A Local Habitation by Seanan McGuire

Seanan McGuire may be my new favorite writer from last year. I have been anticipating A Local Habitation ever since I put down the first book in the series, Rosemary and Rue (which I reviewed here:

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When I won a copy of the book at Book Love Affair (awesome blog), I was ecstatic. I read this book RIGHT after I received it.

The Premise: October (Toby) Daye is a Daoine Sidhe changeling. Her mother is well known for her ability to “ride the blood” and garner memories from it. Toby has a diluted ability which she uses in her PI practice, and in her investigations as a Knight under the Sylvester Torquill, the Duke of the Shadowed Hills. At the start of this book, she’s asked to check in on the county of Tamed Lightening by Sylvester. His niece, the current ruler has stopped calling him for five weeks and he wants to know that she is OK. Sylvester sends Toby along with a foster at his court, Quentin, so that Quentin can learn something. It looks to be a simple mission, but once they get there, Toby and Quentin find it’s anything but. People are dying one by one under mysterious circumstances.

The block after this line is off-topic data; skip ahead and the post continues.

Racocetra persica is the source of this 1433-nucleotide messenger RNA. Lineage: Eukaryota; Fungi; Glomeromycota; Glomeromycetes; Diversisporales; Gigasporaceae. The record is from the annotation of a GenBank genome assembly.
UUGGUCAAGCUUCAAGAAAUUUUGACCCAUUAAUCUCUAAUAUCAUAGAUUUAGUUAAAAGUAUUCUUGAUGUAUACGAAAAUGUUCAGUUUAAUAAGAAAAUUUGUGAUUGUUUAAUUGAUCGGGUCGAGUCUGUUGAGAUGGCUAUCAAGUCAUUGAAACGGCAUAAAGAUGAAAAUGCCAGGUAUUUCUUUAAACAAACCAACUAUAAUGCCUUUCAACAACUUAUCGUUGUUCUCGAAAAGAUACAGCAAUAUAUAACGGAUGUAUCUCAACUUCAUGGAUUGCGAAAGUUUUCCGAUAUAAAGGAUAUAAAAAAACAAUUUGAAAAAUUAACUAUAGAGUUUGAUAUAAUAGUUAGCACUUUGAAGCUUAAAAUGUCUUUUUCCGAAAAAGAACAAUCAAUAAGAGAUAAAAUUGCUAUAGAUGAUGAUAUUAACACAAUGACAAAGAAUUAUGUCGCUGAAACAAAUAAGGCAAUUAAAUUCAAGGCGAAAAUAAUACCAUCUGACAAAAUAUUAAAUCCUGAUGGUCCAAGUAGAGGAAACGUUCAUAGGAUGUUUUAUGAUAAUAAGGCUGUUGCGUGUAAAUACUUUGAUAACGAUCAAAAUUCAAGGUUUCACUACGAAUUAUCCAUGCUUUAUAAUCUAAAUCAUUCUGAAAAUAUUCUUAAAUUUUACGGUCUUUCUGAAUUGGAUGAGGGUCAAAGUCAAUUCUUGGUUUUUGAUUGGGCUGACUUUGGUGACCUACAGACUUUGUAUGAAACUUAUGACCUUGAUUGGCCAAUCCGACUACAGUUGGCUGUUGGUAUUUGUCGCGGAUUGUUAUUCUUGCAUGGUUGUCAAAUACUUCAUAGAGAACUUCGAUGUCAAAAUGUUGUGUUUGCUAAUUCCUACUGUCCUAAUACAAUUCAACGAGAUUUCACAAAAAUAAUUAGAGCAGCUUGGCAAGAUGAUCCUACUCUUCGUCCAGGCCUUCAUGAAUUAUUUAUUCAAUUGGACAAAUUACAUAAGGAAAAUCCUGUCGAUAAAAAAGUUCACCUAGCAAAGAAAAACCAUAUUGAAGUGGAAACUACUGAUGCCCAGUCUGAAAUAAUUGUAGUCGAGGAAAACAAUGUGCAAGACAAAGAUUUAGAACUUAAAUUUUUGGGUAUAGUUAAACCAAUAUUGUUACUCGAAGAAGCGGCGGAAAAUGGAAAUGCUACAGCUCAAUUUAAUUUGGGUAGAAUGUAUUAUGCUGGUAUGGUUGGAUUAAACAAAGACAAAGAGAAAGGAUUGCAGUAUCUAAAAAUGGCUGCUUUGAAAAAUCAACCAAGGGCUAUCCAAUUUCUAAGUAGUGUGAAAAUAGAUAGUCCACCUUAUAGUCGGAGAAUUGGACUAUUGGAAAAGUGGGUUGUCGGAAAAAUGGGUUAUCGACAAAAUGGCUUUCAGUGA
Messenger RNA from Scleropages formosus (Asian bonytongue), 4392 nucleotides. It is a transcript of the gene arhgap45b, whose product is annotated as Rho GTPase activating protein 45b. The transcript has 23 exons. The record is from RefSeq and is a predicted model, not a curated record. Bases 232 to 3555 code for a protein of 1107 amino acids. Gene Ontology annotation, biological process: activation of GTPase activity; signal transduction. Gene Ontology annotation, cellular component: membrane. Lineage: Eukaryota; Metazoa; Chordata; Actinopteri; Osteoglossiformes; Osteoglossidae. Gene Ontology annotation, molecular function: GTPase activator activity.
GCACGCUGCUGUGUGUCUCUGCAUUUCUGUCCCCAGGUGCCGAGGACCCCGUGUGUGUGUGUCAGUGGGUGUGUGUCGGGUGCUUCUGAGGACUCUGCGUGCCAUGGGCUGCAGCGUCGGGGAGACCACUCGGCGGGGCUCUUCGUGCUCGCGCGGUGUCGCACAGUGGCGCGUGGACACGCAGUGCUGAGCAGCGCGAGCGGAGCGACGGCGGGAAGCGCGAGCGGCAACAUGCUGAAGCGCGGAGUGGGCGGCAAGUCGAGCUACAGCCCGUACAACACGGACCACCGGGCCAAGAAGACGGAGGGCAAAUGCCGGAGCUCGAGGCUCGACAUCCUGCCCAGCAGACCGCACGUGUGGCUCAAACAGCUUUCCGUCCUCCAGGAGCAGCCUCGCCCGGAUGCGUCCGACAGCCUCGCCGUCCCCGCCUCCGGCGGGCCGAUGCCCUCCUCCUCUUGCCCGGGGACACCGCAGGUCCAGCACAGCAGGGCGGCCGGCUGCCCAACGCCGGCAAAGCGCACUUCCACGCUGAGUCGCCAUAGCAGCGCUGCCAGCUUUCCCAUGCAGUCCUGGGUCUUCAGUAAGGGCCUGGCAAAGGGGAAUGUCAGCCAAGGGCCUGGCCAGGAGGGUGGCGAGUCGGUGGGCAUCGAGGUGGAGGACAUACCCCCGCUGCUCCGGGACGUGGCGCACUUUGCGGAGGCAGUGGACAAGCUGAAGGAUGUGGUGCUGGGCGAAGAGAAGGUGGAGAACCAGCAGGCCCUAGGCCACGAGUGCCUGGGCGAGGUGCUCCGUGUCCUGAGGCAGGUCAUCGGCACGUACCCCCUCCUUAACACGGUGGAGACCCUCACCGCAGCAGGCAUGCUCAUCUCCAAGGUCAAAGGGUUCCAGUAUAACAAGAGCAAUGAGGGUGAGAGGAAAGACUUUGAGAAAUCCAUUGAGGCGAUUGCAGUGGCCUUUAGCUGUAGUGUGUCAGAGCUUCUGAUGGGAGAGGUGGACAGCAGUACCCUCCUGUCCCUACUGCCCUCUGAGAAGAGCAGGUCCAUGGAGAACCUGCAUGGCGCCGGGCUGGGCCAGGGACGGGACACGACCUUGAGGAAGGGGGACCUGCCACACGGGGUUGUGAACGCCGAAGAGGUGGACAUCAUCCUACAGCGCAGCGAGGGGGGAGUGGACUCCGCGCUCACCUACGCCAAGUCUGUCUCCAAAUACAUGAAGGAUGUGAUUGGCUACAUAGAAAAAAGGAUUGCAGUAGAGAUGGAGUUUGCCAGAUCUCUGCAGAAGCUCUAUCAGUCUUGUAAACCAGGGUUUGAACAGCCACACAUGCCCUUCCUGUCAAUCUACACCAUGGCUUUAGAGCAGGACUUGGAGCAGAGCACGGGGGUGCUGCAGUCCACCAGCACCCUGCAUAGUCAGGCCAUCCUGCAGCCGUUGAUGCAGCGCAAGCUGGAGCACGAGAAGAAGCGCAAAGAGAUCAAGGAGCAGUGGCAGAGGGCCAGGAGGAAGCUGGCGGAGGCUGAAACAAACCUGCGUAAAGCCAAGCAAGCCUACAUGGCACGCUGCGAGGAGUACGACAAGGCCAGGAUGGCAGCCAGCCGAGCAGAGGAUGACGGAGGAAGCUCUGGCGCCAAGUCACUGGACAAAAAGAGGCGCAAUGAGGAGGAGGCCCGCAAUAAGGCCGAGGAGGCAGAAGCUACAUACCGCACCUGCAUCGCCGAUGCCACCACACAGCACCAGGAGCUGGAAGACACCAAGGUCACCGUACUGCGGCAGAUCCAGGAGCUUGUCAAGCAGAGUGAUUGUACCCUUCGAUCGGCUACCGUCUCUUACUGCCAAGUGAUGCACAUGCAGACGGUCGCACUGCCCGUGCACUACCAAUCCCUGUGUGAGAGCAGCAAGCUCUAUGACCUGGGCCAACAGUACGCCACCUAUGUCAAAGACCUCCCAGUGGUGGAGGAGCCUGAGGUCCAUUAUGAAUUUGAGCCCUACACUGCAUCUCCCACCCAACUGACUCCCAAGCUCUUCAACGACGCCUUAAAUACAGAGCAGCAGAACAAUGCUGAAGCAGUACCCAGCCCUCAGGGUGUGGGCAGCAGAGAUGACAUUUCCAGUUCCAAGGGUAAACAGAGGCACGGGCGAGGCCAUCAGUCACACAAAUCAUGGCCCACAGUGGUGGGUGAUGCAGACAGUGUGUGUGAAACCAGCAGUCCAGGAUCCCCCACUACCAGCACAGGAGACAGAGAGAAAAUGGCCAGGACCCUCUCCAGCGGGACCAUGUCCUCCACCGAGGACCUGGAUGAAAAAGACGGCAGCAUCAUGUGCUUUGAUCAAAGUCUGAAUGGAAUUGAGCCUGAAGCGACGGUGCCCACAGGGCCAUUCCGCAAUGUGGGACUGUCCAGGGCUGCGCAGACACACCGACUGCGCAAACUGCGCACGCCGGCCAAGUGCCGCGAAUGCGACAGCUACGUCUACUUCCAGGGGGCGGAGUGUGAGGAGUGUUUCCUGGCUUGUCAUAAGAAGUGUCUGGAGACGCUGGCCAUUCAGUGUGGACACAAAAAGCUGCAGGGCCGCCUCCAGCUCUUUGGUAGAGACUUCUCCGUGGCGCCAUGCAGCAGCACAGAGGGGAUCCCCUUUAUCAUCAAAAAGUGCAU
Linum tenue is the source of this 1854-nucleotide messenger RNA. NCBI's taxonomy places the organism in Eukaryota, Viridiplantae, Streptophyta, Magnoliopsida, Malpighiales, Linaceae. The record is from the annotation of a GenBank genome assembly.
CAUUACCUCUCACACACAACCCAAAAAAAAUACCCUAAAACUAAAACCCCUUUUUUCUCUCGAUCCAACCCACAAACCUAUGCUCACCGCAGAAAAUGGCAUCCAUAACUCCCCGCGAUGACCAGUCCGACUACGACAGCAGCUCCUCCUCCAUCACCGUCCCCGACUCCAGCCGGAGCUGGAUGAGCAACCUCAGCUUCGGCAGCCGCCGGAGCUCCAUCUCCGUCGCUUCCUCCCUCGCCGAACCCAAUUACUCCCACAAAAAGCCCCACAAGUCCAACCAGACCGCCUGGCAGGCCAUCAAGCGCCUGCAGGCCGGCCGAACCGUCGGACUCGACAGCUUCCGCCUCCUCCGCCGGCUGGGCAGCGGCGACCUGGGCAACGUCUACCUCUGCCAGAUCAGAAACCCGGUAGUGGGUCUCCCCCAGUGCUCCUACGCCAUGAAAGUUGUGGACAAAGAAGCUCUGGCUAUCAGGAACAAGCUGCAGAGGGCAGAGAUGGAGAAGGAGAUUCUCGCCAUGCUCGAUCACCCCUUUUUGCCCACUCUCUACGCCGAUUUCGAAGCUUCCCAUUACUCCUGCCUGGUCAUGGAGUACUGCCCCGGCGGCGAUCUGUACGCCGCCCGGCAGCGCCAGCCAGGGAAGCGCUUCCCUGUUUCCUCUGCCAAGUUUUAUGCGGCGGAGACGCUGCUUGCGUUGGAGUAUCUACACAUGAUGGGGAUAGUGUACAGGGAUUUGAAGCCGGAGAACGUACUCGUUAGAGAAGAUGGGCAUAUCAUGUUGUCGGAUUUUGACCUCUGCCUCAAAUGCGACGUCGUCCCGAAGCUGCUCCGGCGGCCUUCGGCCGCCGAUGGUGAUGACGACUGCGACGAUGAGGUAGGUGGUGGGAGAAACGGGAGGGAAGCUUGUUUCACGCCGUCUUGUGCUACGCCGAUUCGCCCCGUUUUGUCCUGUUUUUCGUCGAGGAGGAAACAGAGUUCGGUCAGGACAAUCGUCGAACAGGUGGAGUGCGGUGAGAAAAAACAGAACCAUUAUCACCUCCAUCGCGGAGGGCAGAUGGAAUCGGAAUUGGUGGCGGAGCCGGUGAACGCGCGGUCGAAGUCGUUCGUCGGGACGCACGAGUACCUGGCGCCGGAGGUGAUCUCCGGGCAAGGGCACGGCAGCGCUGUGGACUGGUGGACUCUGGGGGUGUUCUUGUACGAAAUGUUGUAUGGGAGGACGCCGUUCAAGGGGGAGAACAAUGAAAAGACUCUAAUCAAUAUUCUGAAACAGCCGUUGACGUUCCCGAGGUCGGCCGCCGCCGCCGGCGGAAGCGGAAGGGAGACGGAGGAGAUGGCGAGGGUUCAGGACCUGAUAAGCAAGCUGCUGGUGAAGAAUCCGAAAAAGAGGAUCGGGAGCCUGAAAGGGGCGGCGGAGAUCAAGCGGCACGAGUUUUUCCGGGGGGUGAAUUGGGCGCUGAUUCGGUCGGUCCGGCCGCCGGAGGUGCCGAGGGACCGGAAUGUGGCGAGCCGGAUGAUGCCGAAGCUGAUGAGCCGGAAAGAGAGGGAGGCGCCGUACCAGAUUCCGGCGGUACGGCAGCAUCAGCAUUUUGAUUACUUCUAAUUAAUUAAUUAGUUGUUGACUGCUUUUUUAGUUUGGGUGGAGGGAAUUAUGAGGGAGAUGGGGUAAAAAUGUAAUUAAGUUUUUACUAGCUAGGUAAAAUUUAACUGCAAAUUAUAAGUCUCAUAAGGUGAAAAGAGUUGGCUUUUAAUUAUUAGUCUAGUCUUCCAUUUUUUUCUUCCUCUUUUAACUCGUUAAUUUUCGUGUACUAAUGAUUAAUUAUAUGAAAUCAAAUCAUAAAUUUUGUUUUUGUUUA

My Thoughts: I am so easily sucked in by the writing of this book. I’ve seen comparisons to Patricia Briggs, Ann Aguirre, and Ilona Andrews and I would agree that if you like those authors you will probably like Seanan McGuire too. It has only been two books but I’m already on giddy auto-buy mode.  I didn’t think Rosemary and Rue was perfect, but the world building was amazing, and I’ve been anticipating what would happen next for Toby.  There are a lot of hints about unfinished business in her life in the first book which have me hooked to this series already.